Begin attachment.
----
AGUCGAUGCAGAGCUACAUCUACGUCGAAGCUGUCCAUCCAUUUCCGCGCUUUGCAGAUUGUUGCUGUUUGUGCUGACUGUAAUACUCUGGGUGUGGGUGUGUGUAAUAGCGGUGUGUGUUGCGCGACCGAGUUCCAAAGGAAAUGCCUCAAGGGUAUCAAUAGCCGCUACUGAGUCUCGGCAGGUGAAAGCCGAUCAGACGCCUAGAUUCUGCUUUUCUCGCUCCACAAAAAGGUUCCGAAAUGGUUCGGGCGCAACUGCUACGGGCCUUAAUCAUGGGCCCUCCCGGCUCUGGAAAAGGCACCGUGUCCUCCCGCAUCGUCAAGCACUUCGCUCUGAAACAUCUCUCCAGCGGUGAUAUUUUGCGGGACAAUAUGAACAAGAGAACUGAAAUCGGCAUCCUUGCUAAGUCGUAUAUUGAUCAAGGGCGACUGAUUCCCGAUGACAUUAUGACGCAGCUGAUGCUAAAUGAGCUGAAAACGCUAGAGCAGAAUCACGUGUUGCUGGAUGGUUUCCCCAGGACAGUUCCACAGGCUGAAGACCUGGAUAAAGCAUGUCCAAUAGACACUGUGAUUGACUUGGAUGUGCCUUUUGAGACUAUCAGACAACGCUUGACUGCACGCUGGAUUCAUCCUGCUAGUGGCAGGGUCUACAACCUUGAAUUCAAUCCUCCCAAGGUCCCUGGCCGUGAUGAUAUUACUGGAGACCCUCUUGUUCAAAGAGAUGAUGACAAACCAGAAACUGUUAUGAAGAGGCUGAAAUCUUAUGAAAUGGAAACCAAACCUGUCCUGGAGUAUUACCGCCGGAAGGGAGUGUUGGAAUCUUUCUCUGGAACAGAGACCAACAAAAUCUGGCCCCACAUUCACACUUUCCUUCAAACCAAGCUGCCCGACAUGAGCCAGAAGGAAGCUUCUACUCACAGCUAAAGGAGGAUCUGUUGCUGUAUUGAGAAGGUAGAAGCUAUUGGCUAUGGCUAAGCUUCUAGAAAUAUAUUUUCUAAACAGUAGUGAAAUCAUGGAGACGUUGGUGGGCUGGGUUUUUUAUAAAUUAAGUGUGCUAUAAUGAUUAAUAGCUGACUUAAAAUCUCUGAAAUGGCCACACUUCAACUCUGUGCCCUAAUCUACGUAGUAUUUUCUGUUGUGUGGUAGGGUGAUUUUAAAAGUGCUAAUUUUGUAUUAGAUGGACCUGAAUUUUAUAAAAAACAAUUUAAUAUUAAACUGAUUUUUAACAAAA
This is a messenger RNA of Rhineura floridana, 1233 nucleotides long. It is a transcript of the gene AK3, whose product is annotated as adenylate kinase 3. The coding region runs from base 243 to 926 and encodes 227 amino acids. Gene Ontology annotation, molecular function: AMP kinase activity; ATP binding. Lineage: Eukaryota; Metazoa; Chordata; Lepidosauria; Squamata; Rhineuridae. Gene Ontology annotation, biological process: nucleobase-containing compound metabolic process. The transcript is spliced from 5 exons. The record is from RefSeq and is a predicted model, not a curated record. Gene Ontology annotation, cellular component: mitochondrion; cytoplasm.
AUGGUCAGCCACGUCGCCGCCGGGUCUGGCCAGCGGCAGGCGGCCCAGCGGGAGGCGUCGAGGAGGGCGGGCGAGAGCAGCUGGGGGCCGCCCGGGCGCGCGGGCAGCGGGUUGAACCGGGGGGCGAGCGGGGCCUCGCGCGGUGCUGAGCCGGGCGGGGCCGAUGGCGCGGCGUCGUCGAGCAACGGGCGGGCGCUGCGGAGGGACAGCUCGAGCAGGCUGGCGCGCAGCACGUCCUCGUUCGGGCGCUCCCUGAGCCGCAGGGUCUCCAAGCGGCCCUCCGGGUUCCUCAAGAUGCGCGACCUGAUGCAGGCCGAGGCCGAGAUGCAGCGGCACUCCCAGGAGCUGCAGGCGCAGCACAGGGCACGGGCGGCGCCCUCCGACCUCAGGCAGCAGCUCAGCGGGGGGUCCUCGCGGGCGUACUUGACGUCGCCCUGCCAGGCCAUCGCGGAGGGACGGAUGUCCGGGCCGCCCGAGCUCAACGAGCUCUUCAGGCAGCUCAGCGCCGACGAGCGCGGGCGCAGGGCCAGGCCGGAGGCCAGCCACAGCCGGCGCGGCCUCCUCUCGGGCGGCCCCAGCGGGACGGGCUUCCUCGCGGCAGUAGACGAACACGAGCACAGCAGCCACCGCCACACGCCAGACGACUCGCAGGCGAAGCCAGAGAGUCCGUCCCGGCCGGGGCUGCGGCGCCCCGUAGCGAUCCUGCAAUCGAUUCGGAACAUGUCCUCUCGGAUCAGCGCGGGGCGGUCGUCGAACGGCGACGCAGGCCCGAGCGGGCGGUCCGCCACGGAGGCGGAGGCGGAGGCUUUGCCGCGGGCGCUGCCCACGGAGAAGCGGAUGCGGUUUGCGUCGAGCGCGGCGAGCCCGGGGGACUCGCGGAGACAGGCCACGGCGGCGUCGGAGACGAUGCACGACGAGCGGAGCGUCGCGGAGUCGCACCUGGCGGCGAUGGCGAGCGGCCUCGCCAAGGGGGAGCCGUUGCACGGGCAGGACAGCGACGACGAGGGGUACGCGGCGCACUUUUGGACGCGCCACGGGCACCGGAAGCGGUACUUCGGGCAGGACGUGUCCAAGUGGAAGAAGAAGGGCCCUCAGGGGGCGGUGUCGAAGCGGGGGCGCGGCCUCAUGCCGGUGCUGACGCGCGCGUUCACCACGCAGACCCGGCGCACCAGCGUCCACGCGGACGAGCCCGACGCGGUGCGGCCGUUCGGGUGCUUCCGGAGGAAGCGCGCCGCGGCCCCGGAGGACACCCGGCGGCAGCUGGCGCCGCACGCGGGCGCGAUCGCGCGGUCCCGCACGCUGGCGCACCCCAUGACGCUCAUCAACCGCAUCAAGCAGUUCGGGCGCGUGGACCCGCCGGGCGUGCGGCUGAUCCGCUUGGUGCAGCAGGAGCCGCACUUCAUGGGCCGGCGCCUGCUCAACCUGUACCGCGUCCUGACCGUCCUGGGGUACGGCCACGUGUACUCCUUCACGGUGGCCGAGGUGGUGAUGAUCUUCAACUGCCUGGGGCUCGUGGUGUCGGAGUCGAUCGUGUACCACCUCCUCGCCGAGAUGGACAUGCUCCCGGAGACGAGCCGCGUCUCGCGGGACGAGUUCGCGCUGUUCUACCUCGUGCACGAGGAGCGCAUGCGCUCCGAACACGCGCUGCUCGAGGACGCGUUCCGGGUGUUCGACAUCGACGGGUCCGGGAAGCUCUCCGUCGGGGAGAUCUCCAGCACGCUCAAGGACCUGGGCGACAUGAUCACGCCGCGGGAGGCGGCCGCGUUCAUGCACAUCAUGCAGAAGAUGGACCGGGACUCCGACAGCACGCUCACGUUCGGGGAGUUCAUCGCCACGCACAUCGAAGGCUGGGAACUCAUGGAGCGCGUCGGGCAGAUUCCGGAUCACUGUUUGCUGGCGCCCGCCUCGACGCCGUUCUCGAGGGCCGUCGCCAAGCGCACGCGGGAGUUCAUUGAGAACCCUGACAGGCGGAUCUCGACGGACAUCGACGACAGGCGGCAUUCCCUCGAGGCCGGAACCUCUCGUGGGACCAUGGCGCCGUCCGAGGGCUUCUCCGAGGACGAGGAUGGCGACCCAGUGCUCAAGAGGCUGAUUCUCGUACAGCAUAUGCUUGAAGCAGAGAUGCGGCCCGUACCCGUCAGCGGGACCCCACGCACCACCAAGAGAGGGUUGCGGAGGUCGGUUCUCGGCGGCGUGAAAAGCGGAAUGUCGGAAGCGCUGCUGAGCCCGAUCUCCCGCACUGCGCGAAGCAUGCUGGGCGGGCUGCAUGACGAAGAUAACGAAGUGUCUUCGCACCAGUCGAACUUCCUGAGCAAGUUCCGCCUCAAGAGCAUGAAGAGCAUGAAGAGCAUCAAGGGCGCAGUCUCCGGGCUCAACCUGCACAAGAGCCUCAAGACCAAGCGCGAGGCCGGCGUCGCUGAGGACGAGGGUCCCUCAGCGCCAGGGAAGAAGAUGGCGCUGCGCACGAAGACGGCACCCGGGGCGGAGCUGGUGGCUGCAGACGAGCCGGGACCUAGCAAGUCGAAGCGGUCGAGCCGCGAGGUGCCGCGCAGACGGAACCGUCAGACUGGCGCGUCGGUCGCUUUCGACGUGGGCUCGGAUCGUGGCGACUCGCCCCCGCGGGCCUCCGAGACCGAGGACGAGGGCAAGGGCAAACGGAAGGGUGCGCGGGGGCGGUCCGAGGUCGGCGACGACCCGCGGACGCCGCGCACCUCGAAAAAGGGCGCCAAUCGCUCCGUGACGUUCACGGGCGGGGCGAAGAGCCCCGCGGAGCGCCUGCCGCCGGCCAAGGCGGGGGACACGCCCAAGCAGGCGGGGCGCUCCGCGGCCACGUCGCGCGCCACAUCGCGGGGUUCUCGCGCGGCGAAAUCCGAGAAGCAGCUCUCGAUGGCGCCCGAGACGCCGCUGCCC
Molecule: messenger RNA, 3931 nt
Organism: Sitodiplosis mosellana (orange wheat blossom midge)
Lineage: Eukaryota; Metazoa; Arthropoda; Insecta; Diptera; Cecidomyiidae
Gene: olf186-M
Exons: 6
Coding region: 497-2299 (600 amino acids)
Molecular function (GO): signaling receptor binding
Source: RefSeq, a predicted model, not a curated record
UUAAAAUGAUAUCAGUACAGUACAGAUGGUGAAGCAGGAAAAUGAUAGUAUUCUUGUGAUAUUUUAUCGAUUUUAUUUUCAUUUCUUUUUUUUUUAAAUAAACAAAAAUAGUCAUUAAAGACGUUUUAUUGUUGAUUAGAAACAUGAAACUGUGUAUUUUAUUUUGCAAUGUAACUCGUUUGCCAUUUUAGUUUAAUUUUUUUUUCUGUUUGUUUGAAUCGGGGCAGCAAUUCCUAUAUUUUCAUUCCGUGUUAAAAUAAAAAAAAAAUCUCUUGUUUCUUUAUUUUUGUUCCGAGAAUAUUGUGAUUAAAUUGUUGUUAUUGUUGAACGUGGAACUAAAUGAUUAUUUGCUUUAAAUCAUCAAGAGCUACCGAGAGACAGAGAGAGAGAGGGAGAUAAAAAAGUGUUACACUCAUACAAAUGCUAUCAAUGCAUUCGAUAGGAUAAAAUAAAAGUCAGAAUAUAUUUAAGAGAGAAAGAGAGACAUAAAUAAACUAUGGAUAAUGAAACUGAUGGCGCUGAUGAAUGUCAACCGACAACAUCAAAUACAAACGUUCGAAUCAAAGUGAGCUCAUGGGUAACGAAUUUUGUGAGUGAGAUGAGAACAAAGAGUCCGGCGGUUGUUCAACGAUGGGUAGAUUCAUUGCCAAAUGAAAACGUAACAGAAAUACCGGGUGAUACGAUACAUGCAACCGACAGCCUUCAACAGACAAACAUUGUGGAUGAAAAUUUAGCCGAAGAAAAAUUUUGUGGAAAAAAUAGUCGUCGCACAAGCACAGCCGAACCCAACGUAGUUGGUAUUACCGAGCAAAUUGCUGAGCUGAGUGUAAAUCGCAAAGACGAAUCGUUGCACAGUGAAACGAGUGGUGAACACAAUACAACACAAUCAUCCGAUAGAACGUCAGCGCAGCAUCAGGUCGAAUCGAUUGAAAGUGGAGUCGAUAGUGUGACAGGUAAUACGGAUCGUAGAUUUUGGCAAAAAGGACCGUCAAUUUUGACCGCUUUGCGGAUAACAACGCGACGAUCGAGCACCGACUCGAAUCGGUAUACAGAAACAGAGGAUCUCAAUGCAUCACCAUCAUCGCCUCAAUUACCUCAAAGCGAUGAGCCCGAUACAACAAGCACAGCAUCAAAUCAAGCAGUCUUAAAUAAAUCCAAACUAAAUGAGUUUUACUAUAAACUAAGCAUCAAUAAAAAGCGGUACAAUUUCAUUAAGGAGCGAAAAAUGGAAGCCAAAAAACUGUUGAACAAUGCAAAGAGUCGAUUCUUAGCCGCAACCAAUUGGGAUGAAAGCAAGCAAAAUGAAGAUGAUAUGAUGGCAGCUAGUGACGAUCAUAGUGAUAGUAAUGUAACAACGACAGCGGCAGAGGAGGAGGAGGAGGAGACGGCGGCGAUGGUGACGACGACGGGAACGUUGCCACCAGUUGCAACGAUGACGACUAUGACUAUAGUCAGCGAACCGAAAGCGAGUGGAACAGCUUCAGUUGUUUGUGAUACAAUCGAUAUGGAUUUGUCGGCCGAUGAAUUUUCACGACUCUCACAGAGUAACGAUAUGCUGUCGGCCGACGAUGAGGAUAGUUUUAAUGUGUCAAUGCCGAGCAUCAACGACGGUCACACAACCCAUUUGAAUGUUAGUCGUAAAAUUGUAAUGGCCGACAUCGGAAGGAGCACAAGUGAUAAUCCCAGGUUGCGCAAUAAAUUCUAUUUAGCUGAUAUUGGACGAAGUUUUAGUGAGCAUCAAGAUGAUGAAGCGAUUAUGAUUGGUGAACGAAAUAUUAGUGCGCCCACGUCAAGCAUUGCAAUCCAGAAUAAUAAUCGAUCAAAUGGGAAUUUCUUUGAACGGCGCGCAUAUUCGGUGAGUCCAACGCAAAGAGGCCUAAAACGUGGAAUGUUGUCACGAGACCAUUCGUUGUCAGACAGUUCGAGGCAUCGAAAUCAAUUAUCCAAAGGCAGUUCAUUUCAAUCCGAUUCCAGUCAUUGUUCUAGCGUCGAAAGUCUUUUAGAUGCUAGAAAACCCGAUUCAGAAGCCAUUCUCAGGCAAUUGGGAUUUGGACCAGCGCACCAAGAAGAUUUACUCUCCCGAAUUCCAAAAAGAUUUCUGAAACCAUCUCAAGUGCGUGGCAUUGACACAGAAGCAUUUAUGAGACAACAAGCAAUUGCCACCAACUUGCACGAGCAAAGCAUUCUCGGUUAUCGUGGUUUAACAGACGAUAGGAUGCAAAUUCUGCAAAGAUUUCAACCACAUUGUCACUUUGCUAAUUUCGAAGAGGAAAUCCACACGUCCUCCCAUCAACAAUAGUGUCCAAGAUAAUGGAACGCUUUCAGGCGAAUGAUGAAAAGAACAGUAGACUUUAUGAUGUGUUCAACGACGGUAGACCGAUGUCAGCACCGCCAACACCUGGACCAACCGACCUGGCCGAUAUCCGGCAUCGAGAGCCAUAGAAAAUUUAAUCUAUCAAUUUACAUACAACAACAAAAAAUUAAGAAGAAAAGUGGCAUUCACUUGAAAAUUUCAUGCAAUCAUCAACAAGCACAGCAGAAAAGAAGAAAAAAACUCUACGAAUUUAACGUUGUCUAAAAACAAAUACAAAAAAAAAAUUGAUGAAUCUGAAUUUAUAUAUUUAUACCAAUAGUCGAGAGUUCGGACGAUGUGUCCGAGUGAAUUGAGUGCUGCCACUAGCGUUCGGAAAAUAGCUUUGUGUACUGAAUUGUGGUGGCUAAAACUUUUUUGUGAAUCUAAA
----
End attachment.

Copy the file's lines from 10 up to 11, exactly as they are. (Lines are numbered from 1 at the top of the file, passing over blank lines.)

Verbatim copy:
Molecular function (GO): signaling receptor binding
Source: RefSeq, a predicted model, not a curated record